The existence of residual stresses in engineering materials can significantly affect subsequent lifetime by augmenting or impeding failure. Consequently, for an accurate assessment of engineering lifetimes, there is a need to quantify residual stresses. Furthermore, knowledge of the origin of these stresses in conjunction with mechanical properties such as hardness and fracture toughness, among others, can be used to improve functionality by tailoring the microstructure through processing. In this work, neutron, x-ray diffraction, micro- and nanoindentation techniques were used for residual stress determination and mechanical characterization of WC-Co functionally graded composites, a Co-based Haynes® 25 alloy weld, compressed steel and compacted Fe-brass powders. The neutron and x-ray diffraction techniques were used to assess residual strains and stresses while the instrurnented indentation techniques were used to determine hardness, fracture toughness and elastic modulus. In each of these engineering materials, valuable insight relating to the overall mechanical performance was obtained.
X-ray diffraction was used to determine thermal residual stresses that develop in a functionally graded WC-Co composite, commonly used as tool bits. Microstresses in the graded zone were attributed to the thermal mismatch between WC and the Co phase. The compressive macrostresses were determined to be a result of the compositional gradient. Micro- and nanoindentation experiments were used to determine hardness as a function of depth in two WC-Co functionally graded materials (FGMs). A relationship between hardness and Co phase content was established and explained for the two graded and five homogeneous samples.
An experimental and simulation study of residual stresses was made in the vicinity of a gas tungsten arc weld in a Co-based Haynes® 25 alloy used in a satellite component. The experimental measurements were made by neutron diffraction on the recently commissioned Spectrometer for Materials Research at Temperature and Stress (SMARTS) at Los Alamos National Laboratory, USA and the simulation used the implicit Marc finite element code. Comparison between experiment and theory showed general agreement.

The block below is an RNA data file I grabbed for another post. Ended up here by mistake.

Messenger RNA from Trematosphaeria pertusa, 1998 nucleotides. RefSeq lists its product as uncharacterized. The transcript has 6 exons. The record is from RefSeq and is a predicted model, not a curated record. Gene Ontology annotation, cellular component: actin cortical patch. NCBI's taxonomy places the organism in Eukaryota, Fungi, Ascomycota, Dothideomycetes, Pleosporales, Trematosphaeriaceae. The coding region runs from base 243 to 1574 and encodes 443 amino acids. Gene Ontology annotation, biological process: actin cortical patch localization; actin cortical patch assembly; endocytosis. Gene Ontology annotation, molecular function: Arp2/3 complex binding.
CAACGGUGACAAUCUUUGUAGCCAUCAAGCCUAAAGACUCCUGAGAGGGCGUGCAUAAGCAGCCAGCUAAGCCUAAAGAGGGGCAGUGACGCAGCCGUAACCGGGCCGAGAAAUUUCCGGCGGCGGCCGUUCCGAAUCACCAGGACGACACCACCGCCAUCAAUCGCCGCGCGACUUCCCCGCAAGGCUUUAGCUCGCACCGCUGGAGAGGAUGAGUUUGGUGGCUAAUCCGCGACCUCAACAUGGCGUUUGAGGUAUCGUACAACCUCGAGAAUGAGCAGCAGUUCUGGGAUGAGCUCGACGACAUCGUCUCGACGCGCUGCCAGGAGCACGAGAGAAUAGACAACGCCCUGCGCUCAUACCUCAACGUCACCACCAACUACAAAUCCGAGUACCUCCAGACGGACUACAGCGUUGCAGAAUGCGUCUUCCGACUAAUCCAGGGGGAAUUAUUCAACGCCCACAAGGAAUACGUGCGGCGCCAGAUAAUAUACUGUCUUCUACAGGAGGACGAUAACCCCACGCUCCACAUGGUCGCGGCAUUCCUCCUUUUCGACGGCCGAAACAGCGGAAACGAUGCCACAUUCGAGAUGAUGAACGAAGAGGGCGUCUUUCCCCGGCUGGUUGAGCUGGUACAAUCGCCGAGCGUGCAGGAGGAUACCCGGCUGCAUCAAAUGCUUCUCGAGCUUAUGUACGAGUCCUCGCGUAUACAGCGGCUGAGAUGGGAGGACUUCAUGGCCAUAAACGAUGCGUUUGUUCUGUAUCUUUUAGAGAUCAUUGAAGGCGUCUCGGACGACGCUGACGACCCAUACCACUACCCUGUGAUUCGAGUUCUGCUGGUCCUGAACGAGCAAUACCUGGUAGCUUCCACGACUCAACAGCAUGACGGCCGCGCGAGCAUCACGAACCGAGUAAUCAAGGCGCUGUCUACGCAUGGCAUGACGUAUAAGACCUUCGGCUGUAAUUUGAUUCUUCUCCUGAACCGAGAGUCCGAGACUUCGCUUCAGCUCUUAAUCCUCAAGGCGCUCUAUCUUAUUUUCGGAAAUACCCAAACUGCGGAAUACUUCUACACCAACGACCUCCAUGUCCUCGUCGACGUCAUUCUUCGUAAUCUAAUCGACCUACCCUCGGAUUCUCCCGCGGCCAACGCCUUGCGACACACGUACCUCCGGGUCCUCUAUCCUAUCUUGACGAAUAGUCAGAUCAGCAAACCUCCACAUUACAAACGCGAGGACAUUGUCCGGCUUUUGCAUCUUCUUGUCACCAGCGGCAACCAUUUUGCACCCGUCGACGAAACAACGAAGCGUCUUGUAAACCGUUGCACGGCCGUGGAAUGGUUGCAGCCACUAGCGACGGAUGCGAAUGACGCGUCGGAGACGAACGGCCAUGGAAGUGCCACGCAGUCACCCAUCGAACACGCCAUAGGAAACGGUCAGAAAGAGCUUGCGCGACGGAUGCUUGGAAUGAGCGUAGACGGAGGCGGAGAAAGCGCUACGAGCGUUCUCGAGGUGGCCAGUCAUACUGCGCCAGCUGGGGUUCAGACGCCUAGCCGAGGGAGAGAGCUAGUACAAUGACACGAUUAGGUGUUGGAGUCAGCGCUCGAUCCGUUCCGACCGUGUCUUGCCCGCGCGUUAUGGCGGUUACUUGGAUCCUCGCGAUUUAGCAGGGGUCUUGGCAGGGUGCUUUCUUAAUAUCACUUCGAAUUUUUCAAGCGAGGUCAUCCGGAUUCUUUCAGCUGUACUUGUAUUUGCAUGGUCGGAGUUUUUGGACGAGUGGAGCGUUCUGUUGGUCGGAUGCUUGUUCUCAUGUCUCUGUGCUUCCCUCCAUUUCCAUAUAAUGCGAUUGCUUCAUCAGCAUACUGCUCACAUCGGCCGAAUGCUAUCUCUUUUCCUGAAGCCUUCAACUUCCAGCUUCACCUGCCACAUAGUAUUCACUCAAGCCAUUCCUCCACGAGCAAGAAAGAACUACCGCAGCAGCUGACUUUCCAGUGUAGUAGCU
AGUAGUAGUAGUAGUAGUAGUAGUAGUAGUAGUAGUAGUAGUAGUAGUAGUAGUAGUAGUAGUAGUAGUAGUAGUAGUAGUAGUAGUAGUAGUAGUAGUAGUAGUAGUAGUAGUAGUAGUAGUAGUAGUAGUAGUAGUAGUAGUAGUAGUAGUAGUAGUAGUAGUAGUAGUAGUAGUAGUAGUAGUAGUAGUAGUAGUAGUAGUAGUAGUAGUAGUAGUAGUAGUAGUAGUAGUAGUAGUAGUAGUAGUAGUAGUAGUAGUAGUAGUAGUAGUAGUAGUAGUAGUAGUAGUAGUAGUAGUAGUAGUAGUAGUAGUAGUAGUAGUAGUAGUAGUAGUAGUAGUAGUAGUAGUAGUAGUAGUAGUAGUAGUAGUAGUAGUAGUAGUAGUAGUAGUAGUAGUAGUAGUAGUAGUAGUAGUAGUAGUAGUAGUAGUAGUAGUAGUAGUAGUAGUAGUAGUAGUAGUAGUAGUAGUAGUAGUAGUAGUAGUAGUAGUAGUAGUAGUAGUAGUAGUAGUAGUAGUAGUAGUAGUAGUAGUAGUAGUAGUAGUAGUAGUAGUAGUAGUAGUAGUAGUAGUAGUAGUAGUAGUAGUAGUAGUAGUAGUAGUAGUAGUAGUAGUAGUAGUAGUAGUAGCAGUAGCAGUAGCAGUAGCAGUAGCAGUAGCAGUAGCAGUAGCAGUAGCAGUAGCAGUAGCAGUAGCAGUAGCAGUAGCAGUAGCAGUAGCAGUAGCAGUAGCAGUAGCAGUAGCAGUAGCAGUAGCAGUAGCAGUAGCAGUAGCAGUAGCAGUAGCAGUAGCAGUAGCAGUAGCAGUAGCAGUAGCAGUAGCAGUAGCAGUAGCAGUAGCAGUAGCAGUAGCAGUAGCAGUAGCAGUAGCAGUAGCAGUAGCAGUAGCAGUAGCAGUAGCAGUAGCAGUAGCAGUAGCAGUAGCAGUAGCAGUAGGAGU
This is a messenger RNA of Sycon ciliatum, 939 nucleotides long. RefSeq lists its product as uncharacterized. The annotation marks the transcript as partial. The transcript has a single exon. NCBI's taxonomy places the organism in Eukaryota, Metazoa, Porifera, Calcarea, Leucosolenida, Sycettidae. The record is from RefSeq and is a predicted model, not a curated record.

Strain pole figures representative of residual intergranular strains were determined from an -2.98 % uniaxially compressed austenitic stainless steel sample. The neutron diffraction measurements were made on SMARTS, using an Euler cradle to obtain spectra over a range of sample orientations. The measurements were compared with predictions from an elasto-plastic self-consistent model and found to be in reasonable agreement. The model was also used to assess the sensitivity of the strain distribution in the deformed sample to the initial texture.
Neutron diffraction was used to measure residual stresses in a powder metallurgical green body manufactured by high speed compaction from Fe and 15 wt.% brass powders. The tests were performed on SMARTS with the aid of radial collimators configured to measure spatially resolved strains in the axial and radial directions in a cylindrical specimen. Furthermore, sharp (Berkovich) and spherical (Hertzian) indenters were used for instrumented indentation experiments to determine the hardness and elastic modulus.
Linköping: Linköpings universitet , 2003. , 24 p.
2003-12-19, Kvalitetstekniks seminarierum, Linköpings Universitet, Linköping, 10:15 (Swedish)